Kyiv, Ukraine — Don’t tell Ievgen Klopotenko that borsch is just food. For him, that bowl of beetroot and meat soup embodies everything Ukraine is fighting for.
“Food is a powerful social tool through which you can unite or divide a nation,” said Klopotenko, Ukraine’s best-known chef and the man who took command in the middle of a bloody war that would become an unlikely cultural victory for Russia.
“It is our symbol,” Klopotenko said. “Borsch is our leader.”
If that seems hyperbolic, you underestimate how fundamental borsch (the preferred Ukrainian spelling) is to the soul of this country. More than a meal, it represents history, family and centuries of tradition. It is eaten always and everywhere, and its preparation is described almost reverentially.
And now, at the one-year mark of the war with Russia, Klopotenko uses the dish as a rallying call to preserve Ukrainian identity. It is an act of culinary defiance against one of the reasons why Moscow has so much credit for the war – that Ukraine is culturally indistinguishable from Russia.
Thanks to a lobbying effort that Klopotenko helped lead, UNESCO issued a snap decision last July declaring Ukrainian borsch an “intangible cultural heritage” asset in need of preservation. Although the declaration noted that borsch is consumed elsewhere in the region, and no exclusivity was implied, the move angered Russia.
A Russian foreign ministry spokesman accused Ukraine of appropriating the dish and called the move an act of xenophobia and Nazism.
But in Ukraine, where Russian was as widely spoken as Ukrainian was until a year ago, the declaration legitimized a notion that many had difficulty articulating.
“People started to realize that they are Ukrainians,” Klopotenko said recently as he prepared borsch at his apartment in Kyiv. From his living room window, the view was dominated by a high-rise that had been destroyed by Russian missiles.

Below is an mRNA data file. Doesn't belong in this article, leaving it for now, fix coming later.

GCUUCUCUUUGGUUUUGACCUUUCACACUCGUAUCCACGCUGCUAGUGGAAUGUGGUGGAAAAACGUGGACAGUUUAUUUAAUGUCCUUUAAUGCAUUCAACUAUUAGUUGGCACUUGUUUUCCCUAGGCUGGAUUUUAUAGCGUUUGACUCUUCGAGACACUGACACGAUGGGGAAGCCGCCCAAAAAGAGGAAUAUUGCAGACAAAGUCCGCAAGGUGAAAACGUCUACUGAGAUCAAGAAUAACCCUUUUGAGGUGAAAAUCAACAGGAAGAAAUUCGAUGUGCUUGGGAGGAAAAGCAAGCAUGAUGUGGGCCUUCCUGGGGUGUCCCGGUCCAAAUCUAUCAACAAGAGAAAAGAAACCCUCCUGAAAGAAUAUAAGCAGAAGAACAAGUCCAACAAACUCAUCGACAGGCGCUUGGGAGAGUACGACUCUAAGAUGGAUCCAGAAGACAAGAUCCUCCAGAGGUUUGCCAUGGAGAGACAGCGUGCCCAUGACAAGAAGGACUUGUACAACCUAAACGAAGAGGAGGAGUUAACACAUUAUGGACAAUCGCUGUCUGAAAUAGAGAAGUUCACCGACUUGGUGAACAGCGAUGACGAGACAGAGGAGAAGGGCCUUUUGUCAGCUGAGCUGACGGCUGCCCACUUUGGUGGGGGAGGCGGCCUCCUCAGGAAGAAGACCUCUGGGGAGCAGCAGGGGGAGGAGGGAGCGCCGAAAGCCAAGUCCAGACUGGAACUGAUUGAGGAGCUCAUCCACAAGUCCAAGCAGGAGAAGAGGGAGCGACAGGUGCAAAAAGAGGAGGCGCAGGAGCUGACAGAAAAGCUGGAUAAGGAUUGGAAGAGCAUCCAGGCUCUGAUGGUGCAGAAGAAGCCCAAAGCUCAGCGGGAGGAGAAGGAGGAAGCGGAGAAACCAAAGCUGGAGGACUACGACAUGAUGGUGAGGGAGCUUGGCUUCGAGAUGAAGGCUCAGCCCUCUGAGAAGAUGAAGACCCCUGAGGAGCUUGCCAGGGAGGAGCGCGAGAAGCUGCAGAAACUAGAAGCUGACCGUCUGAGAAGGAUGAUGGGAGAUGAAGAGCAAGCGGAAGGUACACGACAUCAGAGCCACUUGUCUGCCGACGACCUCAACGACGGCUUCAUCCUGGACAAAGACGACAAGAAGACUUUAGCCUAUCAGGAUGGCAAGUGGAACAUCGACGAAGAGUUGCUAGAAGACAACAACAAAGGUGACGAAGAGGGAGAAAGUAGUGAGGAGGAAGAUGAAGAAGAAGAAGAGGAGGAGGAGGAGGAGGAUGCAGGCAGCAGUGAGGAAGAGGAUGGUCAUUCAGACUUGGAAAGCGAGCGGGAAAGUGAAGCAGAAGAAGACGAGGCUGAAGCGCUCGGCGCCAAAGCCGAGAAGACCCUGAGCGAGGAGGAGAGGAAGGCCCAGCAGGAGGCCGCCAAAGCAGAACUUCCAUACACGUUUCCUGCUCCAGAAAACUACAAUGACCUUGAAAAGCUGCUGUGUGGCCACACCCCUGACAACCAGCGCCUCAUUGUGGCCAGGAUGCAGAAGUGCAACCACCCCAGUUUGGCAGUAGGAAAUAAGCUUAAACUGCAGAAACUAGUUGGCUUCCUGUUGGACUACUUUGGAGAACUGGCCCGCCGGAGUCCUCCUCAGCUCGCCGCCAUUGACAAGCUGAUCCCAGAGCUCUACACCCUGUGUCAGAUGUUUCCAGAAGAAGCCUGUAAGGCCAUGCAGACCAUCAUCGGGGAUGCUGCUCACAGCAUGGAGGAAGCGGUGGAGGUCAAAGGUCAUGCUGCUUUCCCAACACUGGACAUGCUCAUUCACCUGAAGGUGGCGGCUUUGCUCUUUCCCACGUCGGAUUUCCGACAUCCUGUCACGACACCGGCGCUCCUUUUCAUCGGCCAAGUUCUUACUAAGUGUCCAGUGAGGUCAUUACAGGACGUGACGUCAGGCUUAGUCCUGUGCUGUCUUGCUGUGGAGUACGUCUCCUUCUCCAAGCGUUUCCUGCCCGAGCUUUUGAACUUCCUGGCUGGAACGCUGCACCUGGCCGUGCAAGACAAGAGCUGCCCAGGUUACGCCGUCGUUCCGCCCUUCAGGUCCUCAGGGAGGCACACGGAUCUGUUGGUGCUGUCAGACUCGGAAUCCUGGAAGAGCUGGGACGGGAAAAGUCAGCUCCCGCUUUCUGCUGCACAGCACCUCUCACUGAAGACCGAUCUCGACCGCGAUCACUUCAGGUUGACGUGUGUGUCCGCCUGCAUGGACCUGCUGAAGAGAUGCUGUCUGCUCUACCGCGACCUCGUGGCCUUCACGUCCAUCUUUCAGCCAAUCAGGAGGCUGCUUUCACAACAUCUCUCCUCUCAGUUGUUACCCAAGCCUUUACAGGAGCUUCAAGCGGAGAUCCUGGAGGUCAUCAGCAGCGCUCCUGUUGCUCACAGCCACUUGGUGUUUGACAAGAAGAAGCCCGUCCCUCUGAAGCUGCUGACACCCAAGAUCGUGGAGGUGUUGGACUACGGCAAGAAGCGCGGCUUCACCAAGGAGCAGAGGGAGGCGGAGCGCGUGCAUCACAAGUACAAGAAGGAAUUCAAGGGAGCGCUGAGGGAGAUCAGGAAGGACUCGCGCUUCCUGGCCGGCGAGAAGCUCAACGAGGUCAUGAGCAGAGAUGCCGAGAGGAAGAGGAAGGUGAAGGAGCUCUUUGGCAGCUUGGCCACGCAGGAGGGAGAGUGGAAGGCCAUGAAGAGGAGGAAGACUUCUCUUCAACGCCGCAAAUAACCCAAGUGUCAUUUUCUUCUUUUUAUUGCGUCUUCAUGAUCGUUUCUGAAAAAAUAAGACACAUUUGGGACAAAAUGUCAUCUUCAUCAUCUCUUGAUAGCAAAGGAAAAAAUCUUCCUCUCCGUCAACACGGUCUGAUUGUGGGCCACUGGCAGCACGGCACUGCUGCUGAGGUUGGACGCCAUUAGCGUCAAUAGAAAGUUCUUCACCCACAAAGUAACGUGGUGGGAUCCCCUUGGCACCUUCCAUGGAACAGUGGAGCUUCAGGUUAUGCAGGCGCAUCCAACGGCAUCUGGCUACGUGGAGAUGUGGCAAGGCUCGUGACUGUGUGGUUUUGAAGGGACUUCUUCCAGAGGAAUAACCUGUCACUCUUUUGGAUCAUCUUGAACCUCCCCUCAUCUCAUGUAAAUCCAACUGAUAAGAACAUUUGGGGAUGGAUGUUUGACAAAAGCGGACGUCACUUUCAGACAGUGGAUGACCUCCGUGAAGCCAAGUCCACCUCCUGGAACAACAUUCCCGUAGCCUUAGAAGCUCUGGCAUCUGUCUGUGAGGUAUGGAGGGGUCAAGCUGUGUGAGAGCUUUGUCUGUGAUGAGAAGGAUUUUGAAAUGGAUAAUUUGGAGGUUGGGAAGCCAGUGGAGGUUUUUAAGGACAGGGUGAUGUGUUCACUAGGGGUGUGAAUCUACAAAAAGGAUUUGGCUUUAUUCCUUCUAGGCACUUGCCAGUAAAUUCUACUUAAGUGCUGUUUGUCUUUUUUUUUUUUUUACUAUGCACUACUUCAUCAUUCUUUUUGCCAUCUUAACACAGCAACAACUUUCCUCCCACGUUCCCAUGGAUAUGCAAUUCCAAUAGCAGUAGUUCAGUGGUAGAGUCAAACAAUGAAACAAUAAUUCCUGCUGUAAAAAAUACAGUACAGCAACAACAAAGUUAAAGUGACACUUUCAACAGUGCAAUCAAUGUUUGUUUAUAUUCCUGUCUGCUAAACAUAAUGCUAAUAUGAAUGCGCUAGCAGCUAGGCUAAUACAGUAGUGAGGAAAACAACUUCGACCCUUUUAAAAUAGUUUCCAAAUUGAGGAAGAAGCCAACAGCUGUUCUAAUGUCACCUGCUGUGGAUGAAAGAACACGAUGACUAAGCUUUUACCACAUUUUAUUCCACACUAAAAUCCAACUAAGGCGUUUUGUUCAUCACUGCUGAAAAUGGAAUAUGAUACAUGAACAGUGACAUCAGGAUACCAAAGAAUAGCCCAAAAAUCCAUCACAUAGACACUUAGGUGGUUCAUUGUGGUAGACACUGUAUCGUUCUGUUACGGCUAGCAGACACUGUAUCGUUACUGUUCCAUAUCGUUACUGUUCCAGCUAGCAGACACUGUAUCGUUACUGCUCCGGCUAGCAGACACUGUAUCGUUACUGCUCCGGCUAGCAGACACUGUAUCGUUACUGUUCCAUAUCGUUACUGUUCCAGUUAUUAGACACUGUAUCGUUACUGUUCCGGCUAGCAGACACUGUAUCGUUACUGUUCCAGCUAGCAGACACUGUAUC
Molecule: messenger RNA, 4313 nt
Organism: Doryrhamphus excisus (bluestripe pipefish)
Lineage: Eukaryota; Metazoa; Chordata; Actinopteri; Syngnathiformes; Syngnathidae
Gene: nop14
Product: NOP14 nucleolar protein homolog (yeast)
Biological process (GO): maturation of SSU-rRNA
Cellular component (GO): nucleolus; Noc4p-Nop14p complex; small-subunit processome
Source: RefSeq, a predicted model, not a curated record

“Many people started eating Ukrainian food. A lot of people started coming to Ukrainian traditions,” he said.
Klopotenko, 36, is unlikely to get headlines during a war that has left hundreds of thousands dead or injured on both sides. But the TV chef and restaurateur – recognizable by an unruly head of curls, rapid-fire dialogue and a keen sense of fashion – began his mission to elevate Ukrainian food years before Russia’s February 2022 invasion.
Although he was born in Kyiv, 5-year-old Klopotenko had spent months at a time living with his grandmother, who had moved just outside of Manchester, England. Built on bland Soviet-era cuisine, this was a culinary awakening. He came across waves of new flavors and ingredients, experiences that put him on the path to restaurant work.
His break came in 2015 when he won the TV competition “MasterChef Ukraine”. He said that would lead to studies at Le Cordon Bleu in Paris and later to a successful campaign to reform the cafeteria menus in Soviet-influenced Ukrainian schools.
Always in the background was his understanding that Ukrainian food – according to the country’s culture in fact – was not true to himself. He felt that much of Ukrainian identity, from language and food to fashion and architecture, was subject to Russian influence. Before the beginning of Soviet rule in 1917, Ukrainian art was more diverse and robust. That was scrapped in favor of a palate more aligned with socialist sensibilities.
Even after the dissolution of the USSR in 1991, Ukrainian art did not bounce back much. But Russia’s invasion and subsequent annexation of Crimea from Ukraine in 2014 was a catalyst. Seeking to recognize and own Ukrainian heritage, Klopotenko and others began researching pre-Soviet Ukrainian cooking, hoping to bring it back to the mainstream and give people another basis to reclaim their culture.